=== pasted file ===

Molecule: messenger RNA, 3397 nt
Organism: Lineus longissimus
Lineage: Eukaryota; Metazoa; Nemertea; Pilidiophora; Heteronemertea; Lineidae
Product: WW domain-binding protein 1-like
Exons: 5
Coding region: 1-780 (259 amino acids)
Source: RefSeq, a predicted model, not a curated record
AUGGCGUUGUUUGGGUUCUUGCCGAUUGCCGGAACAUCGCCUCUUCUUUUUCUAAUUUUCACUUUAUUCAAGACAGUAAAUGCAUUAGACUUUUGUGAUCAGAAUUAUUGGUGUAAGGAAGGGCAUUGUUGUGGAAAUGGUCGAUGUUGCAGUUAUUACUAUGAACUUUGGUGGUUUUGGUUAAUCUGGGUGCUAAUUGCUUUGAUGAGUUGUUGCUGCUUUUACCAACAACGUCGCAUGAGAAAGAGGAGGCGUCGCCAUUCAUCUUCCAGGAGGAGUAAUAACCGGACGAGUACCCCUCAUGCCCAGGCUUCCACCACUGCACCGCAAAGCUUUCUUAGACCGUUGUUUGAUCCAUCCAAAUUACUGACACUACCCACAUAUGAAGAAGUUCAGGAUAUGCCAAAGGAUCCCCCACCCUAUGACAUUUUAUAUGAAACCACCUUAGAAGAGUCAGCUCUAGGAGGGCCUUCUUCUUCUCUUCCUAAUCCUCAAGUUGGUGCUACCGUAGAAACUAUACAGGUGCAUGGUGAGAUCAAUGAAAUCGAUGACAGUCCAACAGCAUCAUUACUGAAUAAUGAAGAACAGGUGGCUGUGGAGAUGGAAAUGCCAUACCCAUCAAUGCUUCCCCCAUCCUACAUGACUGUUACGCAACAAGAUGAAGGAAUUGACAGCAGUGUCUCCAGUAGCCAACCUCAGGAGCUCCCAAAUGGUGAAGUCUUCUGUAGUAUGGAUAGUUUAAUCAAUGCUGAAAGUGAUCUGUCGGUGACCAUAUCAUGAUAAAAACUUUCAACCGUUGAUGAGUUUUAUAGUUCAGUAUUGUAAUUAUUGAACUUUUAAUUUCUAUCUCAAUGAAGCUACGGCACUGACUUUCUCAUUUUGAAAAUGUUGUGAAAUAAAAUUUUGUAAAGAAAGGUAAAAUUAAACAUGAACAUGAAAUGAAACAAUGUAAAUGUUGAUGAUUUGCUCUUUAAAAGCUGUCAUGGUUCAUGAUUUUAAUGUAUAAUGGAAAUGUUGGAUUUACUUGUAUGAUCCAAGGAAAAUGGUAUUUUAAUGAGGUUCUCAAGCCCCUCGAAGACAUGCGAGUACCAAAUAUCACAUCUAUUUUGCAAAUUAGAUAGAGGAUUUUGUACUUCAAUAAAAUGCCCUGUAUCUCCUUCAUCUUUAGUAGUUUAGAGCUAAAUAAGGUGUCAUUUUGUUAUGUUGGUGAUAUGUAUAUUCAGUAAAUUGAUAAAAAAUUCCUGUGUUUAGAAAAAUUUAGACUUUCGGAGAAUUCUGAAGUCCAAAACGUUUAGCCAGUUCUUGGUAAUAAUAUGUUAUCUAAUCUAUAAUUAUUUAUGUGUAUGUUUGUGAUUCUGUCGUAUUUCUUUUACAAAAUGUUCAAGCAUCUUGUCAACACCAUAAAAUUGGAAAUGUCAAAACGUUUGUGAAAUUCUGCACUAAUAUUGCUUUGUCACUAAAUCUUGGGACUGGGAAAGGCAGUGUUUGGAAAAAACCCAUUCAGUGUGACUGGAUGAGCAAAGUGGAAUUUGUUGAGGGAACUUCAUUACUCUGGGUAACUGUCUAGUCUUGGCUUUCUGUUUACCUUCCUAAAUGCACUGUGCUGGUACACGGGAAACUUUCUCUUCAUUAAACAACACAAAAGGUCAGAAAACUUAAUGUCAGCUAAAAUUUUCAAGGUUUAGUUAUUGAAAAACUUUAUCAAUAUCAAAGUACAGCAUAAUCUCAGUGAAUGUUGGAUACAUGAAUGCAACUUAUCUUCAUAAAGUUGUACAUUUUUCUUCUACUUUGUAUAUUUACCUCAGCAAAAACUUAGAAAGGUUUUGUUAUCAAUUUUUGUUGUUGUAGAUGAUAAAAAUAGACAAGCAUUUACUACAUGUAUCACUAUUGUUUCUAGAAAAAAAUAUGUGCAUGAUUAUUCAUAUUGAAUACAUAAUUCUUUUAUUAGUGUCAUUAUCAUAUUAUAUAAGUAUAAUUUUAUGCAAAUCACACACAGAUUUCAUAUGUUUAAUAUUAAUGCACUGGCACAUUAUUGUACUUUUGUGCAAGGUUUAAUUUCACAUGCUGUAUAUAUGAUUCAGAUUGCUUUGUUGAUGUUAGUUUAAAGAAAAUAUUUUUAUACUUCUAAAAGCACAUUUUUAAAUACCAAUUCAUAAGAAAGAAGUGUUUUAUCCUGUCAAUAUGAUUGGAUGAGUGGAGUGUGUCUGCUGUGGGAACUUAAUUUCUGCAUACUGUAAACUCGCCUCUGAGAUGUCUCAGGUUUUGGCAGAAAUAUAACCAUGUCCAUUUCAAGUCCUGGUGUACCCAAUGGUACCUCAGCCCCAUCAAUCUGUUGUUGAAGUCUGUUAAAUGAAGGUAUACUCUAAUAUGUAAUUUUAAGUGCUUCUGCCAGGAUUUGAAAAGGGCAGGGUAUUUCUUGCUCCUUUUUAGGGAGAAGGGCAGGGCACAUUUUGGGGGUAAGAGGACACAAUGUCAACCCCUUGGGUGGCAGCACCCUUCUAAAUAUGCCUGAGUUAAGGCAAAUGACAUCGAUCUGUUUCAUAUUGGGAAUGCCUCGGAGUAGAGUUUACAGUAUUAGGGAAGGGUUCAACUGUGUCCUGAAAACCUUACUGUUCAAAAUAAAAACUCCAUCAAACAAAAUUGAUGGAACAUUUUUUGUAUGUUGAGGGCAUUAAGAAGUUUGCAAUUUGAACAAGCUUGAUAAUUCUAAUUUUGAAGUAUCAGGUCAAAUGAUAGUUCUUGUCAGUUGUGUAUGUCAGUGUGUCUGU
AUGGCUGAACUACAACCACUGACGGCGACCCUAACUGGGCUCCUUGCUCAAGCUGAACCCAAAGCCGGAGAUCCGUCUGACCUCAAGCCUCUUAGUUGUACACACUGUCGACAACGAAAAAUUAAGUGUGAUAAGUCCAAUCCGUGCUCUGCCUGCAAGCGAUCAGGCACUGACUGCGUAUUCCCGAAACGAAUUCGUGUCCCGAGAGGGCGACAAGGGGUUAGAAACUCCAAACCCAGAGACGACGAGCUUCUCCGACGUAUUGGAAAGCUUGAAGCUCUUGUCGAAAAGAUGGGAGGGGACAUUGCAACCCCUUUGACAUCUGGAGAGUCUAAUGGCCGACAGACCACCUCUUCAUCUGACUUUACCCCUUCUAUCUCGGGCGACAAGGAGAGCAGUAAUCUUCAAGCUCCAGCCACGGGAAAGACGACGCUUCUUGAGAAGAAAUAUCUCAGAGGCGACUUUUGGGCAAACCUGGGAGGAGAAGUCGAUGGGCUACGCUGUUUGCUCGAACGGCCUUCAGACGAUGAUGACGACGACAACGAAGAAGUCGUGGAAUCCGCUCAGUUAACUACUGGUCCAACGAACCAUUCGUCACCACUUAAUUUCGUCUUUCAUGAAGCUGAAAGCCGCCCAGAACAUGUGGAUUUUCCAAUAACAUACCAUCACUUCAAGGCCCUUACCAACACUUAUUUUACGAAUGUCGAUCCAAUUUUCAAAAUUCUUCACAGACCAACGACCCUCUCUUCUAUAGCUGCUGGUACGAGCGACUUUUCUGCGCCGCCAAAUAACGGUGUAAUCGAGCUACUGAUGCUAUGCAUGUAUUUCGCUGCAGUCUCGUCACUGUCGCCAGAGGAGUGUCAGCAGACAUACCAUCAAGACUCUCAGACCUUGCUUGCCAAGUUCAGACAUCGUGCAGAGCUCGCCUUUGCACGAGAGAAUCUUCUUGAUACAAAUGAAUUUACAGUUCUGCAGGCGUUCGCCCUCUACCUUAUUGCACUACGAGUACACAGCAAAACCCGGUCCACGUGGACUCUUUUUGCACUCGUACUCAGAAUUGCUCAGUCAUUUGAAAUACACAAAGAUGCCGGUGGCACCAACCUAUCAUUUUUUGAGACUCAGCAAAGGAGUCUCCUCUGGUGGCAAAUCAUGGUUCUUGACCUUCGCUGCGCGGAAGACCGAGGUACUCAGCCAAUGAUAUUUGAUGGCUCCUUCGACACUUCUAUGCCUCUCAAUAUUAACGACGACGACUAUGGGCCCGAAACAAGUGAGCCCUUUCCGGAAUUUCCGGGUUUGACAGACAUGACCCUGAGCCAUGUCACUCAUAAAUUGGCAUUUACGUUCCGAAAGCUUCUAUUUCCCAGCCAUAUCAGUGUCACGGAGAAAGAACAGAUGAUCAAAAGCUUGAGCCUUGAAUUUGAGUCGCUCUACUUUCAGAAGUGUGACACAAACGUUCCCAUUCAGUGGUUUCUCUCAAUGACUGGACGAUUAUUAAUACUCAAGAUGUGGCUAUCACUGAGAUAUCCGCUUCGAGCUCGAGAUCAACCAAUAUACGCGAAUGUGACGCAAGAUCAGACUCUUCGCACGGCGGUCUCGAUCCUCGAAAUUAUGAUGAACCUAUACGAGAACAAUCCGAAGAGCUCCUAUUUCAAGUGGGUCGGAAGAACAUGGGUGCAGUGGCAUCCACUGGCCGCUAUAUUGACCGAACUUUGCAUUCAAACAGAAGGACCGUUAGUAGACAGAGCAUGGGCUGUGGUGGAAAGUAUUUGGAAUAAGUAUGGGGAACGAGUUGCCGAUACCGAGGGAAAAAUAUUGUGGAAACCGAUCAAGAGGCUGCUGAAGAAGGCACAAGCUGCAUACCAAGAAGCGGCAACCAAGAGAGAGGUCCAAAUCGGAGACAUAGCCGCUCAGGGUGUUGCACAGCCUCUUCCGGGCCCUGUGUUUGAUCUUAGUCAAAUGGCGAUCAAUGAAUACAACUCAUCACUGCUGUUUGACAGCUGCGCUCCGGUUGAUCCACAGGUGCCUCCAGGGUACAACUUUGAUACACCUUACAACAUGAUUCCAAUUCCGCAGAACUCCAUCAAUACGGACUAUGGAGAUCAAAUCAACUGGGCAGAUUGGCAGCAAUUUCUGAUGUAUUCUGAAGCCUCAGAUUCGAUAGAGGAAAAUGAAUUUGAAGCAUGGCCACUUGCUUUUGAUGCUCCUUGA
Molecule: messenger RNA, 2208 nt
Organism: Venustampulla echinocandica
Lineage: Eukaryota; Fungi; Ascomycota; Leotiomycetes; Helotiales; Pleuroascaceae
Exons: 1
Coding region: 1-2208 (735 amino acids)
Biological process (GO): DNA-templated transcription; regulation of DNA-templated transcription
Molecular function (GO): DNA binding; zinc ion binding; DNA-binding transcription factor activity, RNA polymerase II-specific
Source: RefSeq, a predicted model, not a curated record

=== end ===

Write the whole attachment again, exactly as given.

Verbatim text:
Molecule: messenger RNA, 3397 nt
Organism: Lineus longissimus
Lineage: Eukaryota; Metazoa; Nemertea; Pilidiophora; Heteronemertea; Lineidae
Product: WW domain-binding protein 1-like
Exons: 5
Coding region: 1-780 (259 amino acids)
Source: RefSeq, a predicted model, not a curated record
AUGGCGUUGUUUGGGUUCUUGCCGAUUGCCGGAACAUCGCCUCUUCUUUUUCUAAUUUUCACUUUAUUCAAGACAGUAAAUGCAUUAGACUUUUGUGAUCAGAAUUAUUGGUGUAAGGAAGGGCAUUGUUGUGGAAAUGGUCGAUGUUGCAGUUAUUACUAUGAACUUUGGUGGUUUUGGUUAAUCUGGGUGCUAAUUGCUUUGAUGAGUUGUUGCUGCUUUUACCAACAACGUCGCAUGAGAAAGAGGAGGCGUCGCCAUUCAUCUUCCAGGAGGAGUAAUAACCGGACGAGUACCCCUCAUGCCCAGGCUUCCACCACUGCACCGCAAAGCUUUCUUAGACCGUUGUUUGAUCCAUCCAAAUUACUGACACUACCCACAUAUGAAGAAGUUCAGGAUAUGCCAAAGGAUCCCCCACCCUAUGACAUUUUAUAUGAAACCACCUUAGAAGAGUCAGCUCUAGGAGGGCCUUCUUCUUCUCUUCCUAAUCCUCAAGUUGGUGCUACCGUAGAAACUAUACAGGUGCAUGGUGAGAUCAAUGAAAUCGAUGACAGUCCAACAGCAUCAUUACUGAAUAAUGAAGAACAGGUGGCUGUGGAGAUGGAAAUGCCAUACCCAUCAAUGCUUCCCCCAUCCUACAUGACUGUUACGCAACAAGAUGAAGGAAUUGACAGCAGUGUCUCCAGUAGCCAACCUCAGGAGCUCCCAAAUGGUGAAGUCUUCUGUAGUAUGGAUAGUUUAAUCAAUGCUGAAAGUGAUCUGUCGGUGACCAUAUCAUGAUAAAAACUUUCAACCGUUGAUGAGUUUUAUAGUUCAGUAUUGUAAUUAUUGAACUUUUAAUUUCUAUCUCAAUGAAGCUACGGCACUGACUUUCUCAUUUUGAAAAUGUUGUGAAAUAAAAUUUUGUAAAGAAAGGUAAAAUUAAACAUGAACAUGAAAUGAAACAAUGUAAAUGUUGAUGAUUUGCUCUUUAAAAGCUGUCAUGGUUCAUGAUUUUAAUGUAUAAUGGAAAUGUUGGAUUUACUUGUAUGAUCCAAGGAAAAUGGUAUUUUAAUGAGGUUCUCAAGCCCCUCGAAGACAUGCGAGUACCAAAUAUCACAUCUAUUUUGCAAAUUAGAUAGAGGAUUUUGUACUUCAAUAAAAUGCCCUGUAUCUCCUUCAUCUUUAGUAGUUUAGAGCUAAAUAAGGUGUCAUUUUGUUAUGUUGGUGAUAUGUAUAUUCAGUAAAUUGAUAAAAAAUUCCUGUGUUUAGAAAAAUUUAGACUUUCGGAGAAUUCUGAAGUCCAAAACGUUUAGCCAGUUCUUGGUAAUAAUAUGUUAUCUAAUCUAUAAUUAUUUAUGUGUAUGUUUGUGAUUCUGUCGUAUUUCUUUUACAAAAUGUUCAAGCAUCUUGUCAACACCAUAAAAUUGGAAAUGUCAAAACGUUUGUGAAAUUCUGCACUAAUAUUGCUUUGUCACUAAAUCUUGGGACUGGGAAAGGCAGUGUUUGGAAAAAACCCAUUCAGUGUGACUGGAUGAGCAAAGUGGAAUUUGUUGAGGGAACUUCAUUACUCUGGGUAACUGUCUAGUCUUGGCUUUCUGUUUACCUUCCUAAAUGCACUGUGCUGGUACACGGGAAACUUUCUCUUCAUUAAACAACACAAAAGGUCAGAAAACUUAAUGUCAGCUAAAAUUUUCAAGGUUUAGUUAUUGAAAAACUUUAUCAAUAUCAAAGUACAGCAUAAUCUCAGUGAAUGUUGGAUACAUGAAUGCAACUUAUCUUCAUAAAGUUGUACAUUUUUCUUCUACUUUGUAUAUUUACCUCAGCAAAAACUUAGAAAGGUUUUGUUAUCAAUUUUUGUUGUUGUAGAUGAUAAAAAUAGACAAGCAUUUACUACAUGUAUCACUAUUGUUUCUAGAAAAAAAUAUGUGCAUGAUUAUUCAUAUUGAAUACAUAAUUCUUUUAUUAGUGUCAUUAUCAUAUUAUAUAAGUAUAAUUUUAUGCAAAUCACACACAGAUUUCAUAUGUUUAAUAUUAAUGCACUGGCACAUUAUUGUACUUUUGUGCAAGGUUUAAUUUCACAUGCUGUAUAUAUGAUUCAGAUUGCUUUGUUGAUGUUAGUUUAAAGAAAAUAUUUUUAUACUUCUAAAAGCACAUUUUUAAAUACCAAUUCAUAAGAAAGAAGUGUUUUAUCCUGUCAAUAUGAUUGGAUGAGUGGAGUGUGUCUGCUGUGGGAACUUAAUUUCUGCAUACUGUAAACUCGCCUCUGAGAUGUCUCAGGUUUUGGCAGAAAUAUAACCAUGUCCAUUUCAAGUCCUGGUGUACCCAAUGGUACCUCAGCCCCAUCAAUCUGUUGUUGAAGUCUGUUAAAUGAAGGUAUACUCUAAUAUGUAAUUUUAAGUGCUUCUGCCAGGAUUUGAAAAGGGCAGGGUAUUUCUUGCUCCUUUUUAGGGAGAAGGGCAGGGCACAUUUUGGGGGUAAGAGGACACAAUGUCAACCCCUUGGGUGGCAGCACCCUUCUAAAUAUGCCUGAGUUAAGGCAAAUGACAUCGAUCUGUUUCAUAUUGGGAAUGCCUCGGAGUAGAGUUUACAGUAUUAGGGAAGGGUUCAACUGUGUCCUGAAAACCUUACUGUUCAAAAUAAAAACUCCAUCAAACAAAAUUGAUGGAACAUUUUUUGUAUGUUGAGGGCAUUAAGAAGUUUGCAAUUUGAACAAGCUUGAUAAUUCUAAUUUUGAAGUAUCAGGUCAAAUGAUAGUUCUUGUCAGUUGUGUAUGUCAGUGUGUCUGU
AUGGCUGAACUACAACCACUGACGGCGACCCUAACUGGGCUCCUUGCUCAAGCUGAACCCAAAGCCGGAGAUCCGUCUGACCUCAAGCCUCUUAGUUGUACACACUGUCGACAACGAAAAAUUAAGUGUGAUAAGUCCAAUCCGUGCUCUGCCUGCAAGCGAUCAGGCACUGACUGCGUAUUCCCGAAACGAAUUCGUGUCCCGAGAGGGCGACAAGGGGUUAGAAACUCCAAACCCAGAGACGACGAGCUUCUCCGACGUAUUGGAAAGCUUGAAGCUCUUGUCGAAAAGAUGGGAGGGGACAUUGCAACCCCUUUGACAUCUGGAGAGUCUAAUGGCCGACAGACCACCUCUUCAUCUGACUUUACCCCUUCUAUCUCGGGCGACAAGGAGAGCAGUAAUCUUCAAGCUCCAGCCACGGGAAAGACGACGCUUCUUGAGAAGAAAUAUCUCAGAGGCGACUUUUGGGCAAACCUGGGAGGAGAAGUCGAUGGGCUACGCUGUUUGCUCGAACGGCCUUCAGACGAUGAUGACGACGACAACGAAGAAGUCGUGGAAUCCGCUCAGUUAACUACUGGUCCAACGAACCAUUCGUCACCACUUAAUUUCGUCUUUCAUGAAGCUGAAAGCCGCCCAGAACAUGUGGAUUUUCCAAUAACAUACCAUCACUUCAAGGCCCUUACCAACACUUAUUUUACGAAUGUCGAUCCAAUUUUCAAAAUUCUUCACAGACCAACGACCCUCUCUUCUAUAGCUGCUGGUACGAGCGACUUUUCUGCGCCGCCAAAUAACGGUGUAAUCGAGCUACUGAUGCUAUGCAUGUAUUUCGCUGCAGUCUCGUCACUGUCGCCAGAGGAGUGUCAGCAGACAUACCAUCAAGACUCUCAGACCUUGCUUGCCAAGUUCAGACAUCGUGCAGAGCUCGCCUUUGCACGAGAGAAUCUUCUUGAUACAAAUGAAUUUACAGUUCUGCAGGCGUUCGCCCUCUACCUUAUUGCACUACGAGUACACAGCAAAACCCGGUCCACGUGGACUCUUUUUGCACUCGUACUCAGAAUUGCUCAGUCAUUUGAAAUACACAAAGAUGCCGGUGGCACCAACCUAUCAUUUUUUGAGACUCAGCAAAGGAGUCUCCUCUGGUGGCAAAUCAUGGUUCUUGACCUUCGCUGCGCGGAAGACCGAGGUACUCAGCCAAUGAUAUUUGAUGGCUCCUUCGACACUUCUAUGCCUCUCAAUAUUAACGACGACGACUAUGGGCCCGAAACAAGUGAGCCCUUUCCGGAAUUUCCGGGUUUGACAGACAUGACCCUGAGCCAUGUCACUCAUAAAUUGGCAUUUACGUUCCGAAAGCUUCUAUUUCCCAGCCAUAUCAGUGUCACGGAGAAAGAACAGAUGAUCAAAAGCUUGAGCCUUGAAUUUGAGUCGCUCUACUUUCAGAAGUGUGACACAAACGUUCCCAUUCAGUGGUUUCUCUCAAUGACUGGACGAUUAUUAAUACUCAAGAUGUGGCUAUCACUGAGAUAUCCGCUUCGAGCUCGAGAUCAACCAAUAUACGCGAAUGUGACGCAAGAUCAGACUCUUCGCACGGCGGUCUCGAUCCUCGAAAUUAUGAUGAACCUAUACGAGAACAAUCCGAAGAGCUCCUAUUUCAAGUGGGUCGGAAGAACAUGGGUGCAGUGGCAUCCACUGGCCGCUAUAUUGACCGAACUUUGCAUUCAAACAGAAGGACCGUUAGUAGACAGAGCAUGGGCUGUGGUGGAAAGUAUUUGGAAUAAGUAUGGGGAACGAGUUGCCGAUACCGAGGGAAAAAUAUUGUGGAAACCGAUCAAGAGGCUGCUGAAGAAGGCACAAGCUGCAUACCAAGAAGCGGCAACCAAGAGAGAGGUCCAAAUCGGAGACAUAGCCGCUCAGGGUGUUGCACAGCCUCUUCCGGGCCCUGUGUUUGAUCUUAGUCAAAUGGCGAUCAAUGAAUACAACUCAUCACUGCUGUUUGACAGCUGCGCUCCGGUUGAUCCACAGGUGCCUCCAGGGUACAACUUUGAUACACCUUACAACAUGAUUCCAAUUCCGCAGAACUCCAUCAAUACGGACUAUGGAGAUCAAAUCAACUGGGCAGAUUGGCAGCAAUUUCUGAUGUAUUCUGAAGCCUCAGAUUCGAUAGAGGAAAAUGAAUUUGAAGCAUGGCCACUUGCUUUUGAUGCUCCUUGA
Molecule: messenger RNA, 2208 nt
Organism: Venustampulla echinocandica
Lineage: Eukaryota; Fungi; Ascomycota; Leotiomycetes; Helotiales; Pleuroascaceae
Exons: 1
Coding region: 1-2208 (735 amino acids)
Biological process (GO): DNA-templated transcription; regulation of DNA-templated transcription
Molecular function (GO): DNA binding; zinc ion binding; DNA-binding transcription factor activity, RNA polymerase II-specific
Source: RefSeq, a predicted model, not a curated record